April 1, 2023

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It seems like just about every other day we get word of ever higher DDR5 memory speeds. Less than two weeks back I wrote about G. Skill’s upcoming Trident Z5 DDR5-6800 CL32 memory space (opens in new tab) . Impressive though that kit may be, it’s looking like it is just a tease for what Intel’s thirteenth Gen CPUs will ultimately be capable of.

Intel has expanded its list of XMP 3. 0 supporting storage kits (opens in new tab) (via Benchlife (opens in brand new tab) ). The latest kits go all the way up to 7600MHz. Yep, DDR5-7600. The kit in question is made by G. Skill, and validated on Asus’ upcoming Maximus Z790 Apex motherboard. There’s also a 7466MHz package, also made by G. Skill but this time its been validated on the more worldly Z790 Hero as well as the Apex.

Several other high-speed kits are listed, with Teamgroup, Kingston and Adata all having kits at 7000MHz or beyond. It’s interesting to note that not almost all of them have 2x16GB capacities. There are several 2x32GB sets that run at a stunning 7200MHz. That’s a good indicator that the 13th Gen memory controller has received an upgrade. None of the particular fastest packages are authenticated (not yet at least) on 12th Gen processors.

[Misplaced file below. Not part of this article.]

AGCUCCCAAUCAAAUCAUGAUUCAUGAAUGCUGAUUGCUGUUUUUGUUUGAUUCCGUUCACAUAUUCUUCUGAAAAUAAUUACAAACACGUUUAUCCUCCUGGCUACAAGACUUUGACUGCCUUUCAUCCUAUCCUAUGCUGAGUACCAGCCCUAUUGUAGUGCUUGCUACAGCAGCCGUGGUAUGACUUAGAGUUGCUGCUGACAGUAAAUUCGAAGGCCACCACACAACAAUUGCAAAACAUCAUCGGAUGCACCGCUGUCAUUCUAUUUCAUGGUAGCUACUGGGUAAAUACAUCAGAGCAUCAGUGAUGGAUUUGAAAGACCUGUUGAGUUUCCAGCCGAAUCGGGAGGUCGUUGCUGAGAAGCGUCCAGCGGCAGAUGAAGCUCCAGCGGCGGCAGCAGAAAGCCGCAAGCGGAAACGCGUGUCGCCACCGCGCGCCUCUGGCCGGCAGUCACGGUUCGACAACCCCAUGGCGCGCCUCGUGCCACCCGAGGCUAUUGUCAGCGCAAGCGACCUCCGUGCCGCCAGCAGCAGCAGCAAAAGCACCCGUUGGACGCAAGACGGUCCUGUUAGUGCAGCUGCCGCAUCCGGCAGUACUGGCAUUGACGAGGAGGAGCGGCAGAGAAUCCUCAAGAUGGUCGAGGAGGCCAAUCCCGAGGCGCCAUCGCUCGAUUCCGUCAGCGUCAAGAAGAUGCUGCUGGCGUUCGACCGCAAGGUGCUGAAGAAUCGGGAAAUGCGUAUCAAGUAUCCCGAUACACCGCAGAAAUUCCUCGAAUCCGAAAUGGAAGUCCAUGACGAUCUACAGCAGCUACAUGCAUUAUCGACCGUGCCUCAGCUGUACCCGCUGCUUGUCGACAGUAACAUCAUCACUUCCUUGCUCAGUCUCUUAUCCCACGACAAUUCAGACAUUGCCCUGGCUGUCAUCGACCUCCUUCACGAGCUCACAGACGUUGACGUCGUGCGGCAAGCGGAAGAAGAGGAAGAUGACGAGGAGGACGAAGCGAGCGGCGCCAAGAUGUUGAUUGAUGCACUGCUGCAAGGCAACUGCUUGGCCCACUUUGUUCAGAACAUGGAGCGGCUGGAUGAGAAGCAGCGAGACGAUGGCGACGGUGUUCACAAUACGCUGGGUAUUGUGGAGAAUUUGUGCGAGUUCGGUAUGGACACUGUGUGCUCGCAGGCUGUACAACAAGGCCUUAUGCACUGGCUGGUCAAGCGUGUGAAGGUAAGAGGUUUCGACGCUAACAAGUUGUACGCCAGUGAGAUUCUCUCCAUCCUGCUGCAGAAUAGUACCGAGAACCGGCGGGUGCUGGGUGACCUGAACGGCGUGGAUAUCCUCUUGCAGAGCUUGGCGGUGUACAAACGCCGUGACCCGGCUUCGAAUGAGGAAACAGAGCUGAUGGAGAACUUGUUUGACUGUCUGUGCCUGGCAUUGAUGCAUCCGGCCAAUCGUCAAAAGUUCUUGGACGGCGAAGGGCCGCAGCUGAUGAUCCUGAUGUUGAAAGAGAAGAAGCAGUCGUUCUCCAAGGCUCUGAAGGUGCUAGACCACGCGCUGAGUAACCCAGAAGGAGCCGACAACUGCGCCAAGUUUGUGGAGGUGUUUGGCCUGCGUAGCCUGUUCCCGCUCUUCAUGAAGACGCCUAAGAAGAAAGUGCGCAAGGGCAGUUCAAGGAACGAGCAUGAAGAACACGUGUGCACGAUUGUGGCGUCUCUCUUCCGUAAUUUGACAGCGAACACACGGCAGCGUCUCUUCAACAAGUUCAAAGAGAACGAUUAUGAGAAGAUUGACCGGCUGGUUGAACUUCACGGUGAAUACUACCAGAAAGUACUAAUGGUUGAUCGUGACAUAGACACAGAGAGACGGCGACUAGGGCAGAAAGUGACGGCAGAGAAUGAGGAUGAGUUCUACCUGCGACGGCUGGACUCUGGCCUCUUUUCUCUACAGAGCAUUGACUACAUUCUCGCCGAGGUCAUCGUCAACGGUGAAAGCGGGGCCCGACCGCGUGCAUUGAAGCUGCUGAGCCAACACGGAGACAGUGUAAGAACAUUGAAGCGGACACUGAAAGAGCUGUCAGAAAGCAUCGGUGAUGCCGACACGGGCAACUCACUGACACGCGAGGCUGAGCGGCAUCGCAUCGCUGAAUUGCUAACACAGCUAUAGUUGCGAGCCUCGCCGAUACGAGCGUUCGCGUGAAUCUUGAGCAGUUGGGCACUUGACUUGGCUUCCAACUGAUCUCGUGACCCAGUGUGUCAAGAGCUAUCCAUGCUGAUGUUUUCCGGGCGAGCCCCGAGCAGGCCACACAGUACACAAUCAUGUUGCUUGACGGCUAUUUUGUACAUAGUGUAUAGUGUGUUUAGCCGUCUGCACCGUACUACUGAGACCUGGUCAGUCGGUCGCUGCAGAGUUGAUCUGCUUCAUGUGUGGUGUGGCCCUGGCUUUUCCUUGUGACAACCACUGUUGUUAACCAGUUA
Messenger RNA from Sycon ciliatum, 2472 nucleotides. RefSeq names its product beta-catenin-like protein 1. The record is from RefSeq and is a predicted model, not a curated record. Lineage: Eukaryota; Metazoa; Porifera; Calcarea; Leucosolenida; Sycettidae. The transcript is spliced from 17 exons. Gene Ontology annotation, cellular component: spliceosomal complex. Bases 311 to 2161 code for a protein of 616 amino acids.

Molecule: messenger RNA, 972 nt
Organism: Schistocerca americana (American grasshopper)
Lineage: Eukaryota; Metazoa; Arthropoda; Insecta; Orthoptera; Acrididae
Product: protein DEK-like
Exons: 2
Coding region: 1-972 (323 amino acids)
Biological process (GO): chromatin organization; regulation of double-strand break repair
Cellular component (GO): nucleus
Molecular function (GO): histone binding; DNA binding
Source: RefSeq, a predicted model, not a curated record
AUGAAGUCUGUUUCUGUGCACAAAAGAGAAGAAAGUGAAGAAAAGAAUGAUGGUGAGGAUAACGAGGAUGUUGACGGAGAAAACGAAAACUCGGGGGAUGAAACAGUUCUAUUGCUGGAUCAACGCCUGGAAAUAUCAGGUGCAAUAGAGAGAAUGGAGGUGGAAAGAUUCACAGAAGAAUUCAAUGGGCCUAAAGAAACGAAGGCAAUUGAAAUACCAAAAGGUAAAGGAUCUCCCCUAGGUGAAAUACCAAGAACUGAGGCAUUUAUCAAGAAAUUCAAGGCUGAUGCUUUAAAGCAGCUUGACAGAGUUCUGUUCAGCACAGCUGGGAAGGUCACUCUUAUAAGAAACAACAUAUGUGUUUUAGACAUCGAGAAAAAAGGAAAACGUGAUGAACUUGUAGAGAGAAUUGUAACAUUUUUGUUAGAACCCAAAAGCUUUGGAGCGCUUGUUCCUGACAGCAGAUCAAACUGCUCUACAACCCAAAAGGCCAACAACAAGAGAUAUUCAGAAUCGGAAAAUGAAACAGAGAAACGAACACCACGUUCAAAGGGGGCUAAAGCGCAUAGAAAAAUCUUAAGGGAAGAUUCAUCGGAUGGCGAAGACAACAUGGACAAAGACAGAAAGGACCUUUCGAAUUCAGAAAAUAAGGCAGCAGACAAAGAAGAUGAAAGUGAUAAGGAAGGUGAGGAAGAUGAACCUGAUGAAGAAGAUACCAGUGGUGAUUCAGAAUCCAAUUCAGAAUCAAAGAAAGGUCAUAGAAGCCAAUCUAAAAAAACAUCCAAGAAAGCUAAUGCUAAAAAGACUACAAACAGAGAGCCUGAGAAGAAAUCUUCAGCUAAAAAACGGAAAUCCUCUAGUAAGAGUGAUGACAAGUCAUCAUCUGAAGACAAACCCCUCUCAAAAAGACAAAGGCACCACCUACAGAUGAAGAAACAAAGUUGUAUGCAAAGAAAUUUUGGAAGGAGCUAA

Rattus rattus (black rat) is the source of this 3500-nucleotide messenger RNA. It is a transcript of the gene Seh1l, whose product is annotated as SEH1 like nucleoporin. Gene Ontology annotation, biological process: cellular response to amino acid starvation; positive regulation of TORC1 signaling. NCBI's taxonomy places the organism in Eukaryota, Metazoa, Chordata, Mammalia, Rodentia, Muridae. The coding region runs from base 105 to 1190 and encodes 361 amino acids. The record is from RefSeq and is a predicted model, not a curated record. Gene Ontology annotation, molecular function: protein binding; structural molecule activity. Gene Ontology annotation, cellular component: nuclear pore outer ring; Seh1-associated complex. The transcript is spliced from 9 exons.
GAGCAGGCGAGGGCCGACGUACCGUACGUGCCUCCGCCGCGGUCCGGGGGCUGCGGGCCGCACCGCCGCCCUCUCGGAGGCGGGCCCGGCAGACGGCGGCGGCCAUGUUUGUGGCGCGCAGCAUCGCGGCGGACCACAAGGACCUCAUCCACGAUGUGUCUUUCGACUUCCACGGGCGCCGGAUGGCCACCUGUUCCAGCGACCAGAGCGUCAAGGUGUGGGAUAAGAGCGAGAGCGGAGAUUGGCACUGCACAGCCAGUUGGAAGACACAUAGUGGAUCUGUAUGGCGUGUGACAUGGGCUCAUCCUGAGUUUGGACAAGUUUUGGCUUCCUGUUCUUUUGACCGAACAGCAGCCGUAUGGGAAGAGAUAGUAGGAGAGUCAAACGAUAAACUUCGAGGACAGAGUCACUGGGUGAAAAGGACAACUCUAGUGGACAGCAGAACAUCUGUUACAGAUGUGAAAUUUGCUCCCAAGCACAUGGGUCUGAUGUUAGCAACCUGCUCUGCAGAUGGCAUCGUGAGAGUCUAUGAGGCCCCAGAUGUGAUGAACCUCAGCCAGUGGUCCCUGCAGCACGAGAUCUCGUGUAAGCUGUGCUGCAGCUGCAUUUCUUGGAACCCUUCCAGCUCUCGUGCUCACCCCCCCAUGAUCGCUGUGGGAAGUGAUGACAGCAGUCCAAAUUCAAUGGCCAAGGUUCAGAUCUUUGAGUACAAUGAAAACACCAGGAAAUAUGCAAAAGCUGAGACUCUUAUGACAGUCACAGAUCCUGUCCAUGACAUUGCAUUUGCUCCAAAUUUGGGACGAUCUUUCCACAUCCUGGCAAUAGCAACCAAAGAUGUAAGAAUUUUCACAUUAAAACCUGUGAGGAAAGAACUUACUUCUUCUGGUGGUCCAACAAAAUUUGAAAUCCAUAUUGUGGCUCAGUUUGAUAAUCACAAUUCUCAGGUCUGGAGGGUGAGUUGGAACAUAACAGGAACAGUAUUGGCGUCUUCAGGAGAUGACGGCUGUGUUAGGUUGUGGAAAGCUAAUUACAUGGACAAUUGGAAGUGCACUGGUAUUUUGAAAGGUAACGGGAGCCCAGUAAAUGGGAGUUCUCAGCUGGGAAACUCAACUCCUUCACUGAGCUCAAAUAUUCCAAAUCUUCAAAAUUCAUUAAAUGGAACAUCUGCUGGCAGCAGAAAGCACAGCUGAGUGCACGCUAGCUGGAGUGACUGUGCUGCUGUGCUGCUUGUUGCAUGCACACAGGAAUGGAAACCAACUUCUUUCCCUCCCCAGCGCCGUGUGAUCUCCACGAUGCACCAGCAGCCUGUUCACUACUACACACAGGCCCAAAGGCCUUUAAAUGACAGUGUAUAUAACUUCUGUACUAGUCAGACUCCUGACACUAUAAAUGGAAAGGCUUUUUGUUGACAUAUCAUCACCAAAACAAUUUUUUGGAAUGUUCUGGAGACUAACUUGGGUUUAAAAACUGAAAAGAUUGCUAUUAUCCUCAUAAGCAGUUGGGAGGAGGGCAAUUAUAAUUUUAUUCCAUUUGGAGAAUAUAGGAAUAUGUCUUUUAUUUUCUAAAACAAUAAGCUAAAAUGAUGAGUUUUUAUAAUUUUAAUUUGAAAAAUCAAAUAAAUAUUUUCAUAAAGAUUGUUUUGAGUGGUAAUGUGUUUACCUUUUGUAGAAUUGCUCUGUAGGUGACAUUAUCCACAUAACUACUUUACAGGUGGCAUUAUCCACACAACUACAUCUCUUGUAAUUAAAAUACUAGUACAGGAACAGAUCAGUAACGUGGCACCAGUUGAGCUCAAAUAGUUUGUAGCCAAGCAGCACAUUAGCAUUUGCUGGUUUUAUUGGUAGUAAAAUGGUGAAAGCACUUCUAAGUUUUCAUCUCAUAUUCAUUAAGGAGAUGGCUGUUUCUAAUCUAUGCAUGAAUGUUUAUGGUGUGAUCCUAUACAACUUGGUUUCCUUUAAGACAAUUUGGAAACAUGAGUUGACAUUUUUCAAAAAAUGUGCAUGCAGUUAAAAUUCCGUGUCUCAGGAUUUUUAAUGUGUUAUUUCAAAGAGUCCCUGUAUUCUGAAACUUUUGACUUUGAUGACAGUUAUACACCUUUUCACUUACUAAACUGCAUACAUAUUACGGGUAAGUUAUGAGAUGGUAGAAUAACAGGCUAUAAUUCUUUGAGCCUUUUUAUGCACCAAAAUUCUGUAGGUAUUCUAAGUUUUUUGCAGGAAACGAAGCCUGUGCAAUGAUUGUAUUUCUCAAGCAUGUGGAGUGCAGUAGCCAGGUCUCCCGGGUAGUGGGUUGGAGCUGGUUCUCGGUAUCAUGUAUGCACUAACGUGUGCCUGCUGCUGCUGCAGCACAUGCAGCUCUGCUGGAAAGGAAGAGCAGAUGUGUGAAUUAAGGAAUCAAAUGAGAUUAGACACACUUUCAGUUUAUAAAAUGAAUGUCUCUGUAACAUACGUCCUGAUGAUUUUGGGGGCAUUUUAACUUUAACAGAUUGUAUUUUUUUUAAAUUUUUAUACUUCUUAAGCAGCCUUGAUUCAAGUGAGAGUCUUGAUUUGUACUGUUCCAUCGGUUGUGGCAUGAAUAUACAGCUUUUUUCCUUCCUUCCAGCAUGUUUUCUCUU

These very fast modules are likely to make use of second-generation Hynix A-die chips. First generation Micron and Samsung based memory space can’t hit those speeds, while the best currently available packages in the particular 6400MHz to 6600MHz range use Hynix M-die. DDR5 is really getting better all the time. And, it’s got many years of development ahead associated with it.

As the rates of speed of DDR5 increase, any remaining latency concerns fade into the rear-view mirror. With exceptions, gaming tends to be latency sensitive which is why the good quality DDR4 kit is still perfectly viable, even if it runs at half the particular speed of DDR5. But as speeds cross the 7000MHz threshold, 7200MHz in C34 all but matches a top spec 3600 C14 set. Though secondary and tertiary timings are still above those of the best DDR4 products, the real-world differences should be irrelevant. Plus, you get the advantage of having double the particular bandwidth.

Moar RAM

(Image credit: Future)

Best DDR5 RAM MEMORY (opens within new tab) : the latest and greatest
Best DDR4 MEMORY (opens in new tab) : affordable and fast

What we don’t know is the price of these mega sets. DDR5 still carries a price premium over DDR4, and these very fast products are sure to become very expensive. The 7000MHz+ 2x32GB kits are going to cost a ridiculous amount. Hopefully that won’t last forever as production ramps up, especially with demand set to spike as Ryzen 7000 and thirteenth Gen upgraders enter the market.

I’m personally looking forward in order to getting my hands on some of this second generation DDR5. I might not need it, yet I certain do want it.

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